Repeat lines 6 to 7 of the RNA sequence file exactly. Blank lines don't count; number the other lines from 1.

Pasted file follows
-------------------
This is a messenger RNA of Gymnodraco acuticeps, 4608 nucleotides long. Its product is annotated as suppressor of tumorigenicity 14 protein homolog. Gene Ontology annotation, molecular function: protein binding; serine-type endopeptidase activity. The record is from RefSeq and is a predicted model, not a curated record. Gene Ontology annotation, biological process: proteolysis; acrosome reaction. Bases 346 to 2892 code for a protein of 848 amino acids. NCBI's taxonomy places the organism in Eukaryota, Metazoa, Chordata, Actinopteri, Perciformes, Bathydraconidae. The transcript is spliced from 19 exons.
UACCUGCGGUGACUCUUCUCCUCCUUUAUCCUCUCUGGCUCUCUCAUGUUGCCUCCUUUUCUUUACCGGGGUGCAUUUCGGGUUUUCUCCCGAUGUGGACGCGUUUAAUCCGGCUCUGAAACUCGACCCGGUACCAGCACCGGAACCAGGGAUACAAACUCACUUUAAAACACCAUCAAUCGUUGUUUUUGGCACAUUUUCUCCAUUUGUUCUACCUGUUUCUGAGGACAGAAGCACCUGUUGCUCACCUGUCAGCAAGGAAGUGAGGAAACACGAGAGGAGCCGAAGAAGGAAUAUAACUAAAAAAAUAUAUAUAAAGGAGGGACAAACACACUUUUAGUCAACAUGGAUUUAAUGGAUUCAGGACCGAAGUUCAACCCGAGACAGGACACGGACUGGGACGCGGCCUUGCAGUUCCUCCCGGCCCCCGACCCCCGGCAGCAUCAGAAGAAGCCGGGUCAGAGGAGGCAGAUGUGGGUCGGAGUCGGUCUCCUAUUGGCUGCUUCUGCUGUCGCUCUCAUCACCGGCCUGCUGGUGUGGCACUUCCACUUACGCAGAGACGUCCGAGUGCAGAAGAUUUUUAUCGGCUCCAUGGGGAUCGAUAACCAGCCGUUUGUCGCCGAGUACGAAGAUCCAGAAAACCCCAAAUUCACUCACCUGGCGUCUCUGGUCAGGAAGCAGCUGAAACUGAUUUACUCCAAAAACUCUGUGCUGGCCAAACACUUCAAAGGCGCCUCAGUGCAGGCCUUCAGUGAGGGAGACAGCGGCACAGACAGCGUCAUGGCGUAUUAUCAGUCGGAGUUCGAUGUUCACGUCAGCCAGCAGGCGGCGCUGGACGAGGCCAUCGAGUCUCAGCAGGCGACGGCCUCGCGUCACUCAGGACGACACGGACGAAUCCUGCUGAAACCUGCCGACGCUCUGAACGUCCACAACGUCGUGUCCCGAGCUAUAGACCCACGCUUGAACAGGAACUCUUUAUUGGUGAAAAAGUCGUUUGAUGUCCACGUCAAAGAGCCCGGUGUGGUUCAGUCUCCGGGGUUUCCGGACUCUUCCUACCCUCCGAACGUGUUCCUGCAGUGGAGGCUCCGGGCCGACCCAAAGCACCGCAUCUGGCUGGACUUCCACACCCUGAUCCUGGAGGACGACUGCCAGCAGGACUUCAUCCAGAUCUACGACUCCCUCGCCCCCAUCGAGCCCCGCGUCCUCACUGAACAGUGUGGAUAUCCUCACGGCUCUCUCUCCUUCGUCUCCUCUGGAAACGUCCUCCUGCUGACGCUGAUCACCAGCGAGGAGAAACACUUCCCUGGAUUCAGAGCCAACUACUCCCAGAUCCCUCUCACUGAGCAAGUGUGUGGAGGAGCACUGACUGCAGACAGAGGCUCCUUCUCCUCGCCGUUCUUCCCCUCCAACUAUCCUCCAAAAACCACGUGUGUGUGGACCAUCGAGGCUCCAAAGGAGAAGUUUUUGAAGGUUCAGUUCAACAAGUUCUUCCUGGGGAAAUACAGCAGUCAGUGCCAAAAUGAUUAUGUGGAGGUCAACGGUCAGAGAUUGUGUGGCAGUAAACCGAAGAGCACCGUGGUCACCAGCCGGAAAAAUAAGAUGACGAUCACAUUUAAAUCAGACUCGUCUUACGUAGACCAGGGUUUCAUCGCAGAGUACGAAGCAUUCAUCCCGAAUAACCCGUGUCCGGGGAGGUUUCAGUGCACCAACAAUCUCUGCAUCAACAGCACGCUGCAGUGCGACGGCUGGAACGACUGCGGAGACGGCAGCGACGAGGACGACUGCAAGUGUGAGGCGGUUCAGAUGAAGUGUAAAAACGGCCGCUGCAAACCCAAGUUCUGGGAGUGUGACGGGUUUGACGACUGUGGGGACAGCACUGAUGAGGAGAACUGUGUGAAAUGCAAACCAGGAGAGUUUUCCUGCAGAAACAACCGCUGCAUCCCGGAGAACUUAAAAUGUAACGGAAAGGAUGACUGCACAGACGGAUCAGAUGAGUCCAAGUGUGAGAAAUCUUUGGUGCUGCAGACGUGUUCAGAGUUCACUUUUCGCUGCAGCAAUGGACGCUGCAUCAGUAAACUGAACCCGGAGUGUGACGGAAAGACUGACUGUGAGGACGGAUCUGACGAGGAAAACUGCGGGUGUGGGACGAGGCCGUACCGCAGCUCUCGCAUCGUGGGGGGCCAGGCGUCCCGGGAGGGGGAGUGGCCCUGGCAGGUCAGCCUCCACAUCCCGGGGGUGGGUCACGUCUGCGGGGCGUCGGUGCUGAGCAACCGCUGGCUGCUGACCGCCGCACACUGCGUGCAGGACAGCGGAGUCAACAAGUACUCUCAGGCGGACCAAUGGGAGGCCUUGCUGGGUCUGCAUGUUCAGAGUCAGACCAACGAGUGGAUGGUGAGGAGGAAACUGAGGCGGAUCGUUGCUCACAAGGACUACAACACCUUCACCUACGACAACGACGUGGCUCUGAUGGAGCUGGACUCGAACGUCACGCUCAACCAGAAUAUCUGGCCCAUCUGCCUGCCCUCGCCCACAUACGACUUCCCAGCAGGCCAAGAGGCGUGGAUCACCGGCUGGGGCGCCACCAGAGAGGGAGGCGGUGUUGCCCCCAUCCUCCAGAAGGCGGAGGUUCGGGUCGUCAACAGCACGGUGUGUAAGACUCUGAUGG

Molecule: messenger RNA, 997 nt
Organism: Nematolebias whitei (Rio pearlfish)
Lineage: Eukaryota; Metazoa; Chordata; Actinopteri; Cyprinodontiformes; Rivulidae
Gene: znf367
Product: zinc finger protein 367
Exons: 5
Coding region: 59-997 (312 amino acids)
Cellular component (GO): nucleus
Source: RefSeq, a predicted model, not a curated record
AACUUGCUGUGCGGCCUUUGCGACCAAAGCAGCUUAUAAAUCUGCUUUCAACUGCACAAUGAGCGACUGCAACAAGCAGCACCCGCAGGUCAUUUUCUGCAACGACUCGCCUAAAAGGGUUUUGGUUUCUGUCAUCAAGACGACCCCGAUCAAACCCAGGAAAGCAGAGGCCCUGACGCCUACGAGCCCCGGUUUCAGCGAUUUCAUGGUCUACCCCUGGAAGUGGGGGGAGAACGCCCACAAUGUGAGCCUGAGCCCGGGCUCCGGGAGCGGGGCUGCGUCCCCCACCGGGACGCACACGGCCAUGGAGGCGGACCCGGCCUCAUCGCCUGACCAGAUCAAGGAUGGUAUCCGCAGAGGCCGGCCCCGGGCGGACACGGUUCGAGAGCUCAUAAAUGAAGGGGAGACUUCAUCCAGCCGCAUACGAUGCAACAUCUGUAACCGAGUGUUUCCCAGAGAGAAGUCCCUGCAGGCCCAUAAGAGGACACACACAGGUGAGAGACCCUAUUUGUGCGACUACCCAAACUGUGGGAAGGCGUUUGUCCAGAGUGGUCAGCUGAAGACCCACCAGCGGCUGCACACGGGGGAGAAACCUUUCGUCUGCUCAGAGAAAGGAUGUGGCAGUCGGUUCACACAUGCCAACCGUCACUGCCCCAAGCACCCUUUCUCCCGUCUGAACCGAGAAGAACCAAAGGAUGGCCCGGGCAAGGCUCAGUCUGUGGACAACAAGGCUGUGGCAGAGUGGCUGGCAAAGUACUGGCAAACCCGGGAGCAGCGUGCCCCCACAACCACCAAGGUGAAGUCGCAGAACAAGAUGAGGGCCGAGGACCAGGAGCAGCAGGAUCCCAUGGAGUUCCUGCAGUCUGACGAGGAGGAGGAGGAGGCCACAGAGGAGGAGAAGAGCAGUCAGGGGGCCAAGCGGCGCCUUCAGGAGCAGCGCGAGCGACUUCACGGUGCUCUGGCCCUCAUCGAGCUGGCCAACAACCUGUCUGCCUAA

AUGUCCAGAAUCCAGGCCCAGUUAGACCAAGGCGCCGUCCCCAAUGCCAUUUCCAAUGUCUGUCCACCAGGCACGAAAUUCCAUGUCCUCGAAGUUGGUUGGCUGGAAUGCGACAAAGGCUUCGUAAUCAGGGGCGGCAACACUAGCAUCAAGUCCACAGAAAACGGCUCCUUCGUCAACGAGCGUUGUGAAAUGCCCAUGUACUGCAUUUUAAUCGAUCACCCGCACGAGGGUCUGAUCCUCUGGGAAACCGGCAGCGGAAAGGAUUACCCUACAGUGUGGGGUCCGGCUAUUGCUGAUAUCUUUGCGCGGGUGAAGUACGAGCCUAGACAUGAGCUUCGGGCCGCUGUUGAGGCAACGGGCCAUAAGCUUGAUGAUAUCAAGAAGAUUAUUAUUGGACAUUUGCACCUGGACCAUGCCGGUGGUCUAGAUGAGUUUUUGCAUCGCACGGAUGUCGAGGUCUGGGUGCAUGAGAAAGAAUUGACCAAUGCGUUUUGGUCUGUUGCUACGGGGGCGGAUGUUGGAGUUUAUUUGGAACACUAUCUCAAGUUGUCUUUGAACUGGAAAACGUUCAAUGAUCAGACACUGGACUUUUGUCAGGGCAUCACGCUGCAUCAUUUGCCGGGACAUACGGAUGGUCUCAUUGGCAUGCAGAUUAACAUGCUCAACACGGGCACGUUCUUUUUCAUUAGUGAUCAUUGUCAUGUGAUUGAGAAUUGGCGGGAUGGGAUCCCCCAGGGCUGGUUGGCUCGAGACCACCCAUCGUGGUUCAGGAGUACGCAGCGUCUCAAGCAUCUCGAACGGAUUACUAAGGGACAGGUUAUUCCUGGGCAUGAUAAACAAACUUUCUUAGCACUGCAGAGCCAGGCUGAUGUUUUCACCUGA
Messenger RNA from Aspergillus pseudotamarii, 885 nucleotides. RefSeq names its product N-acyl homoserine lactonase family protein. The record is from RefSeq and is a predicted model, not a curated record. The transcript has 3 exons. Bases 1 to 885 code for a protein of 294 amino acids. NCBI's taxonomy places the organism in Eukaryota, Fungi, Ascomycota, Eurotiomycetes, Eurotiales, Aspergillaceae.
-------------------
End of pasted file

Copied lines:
Gene: znf367
Product: zinc finger protein 367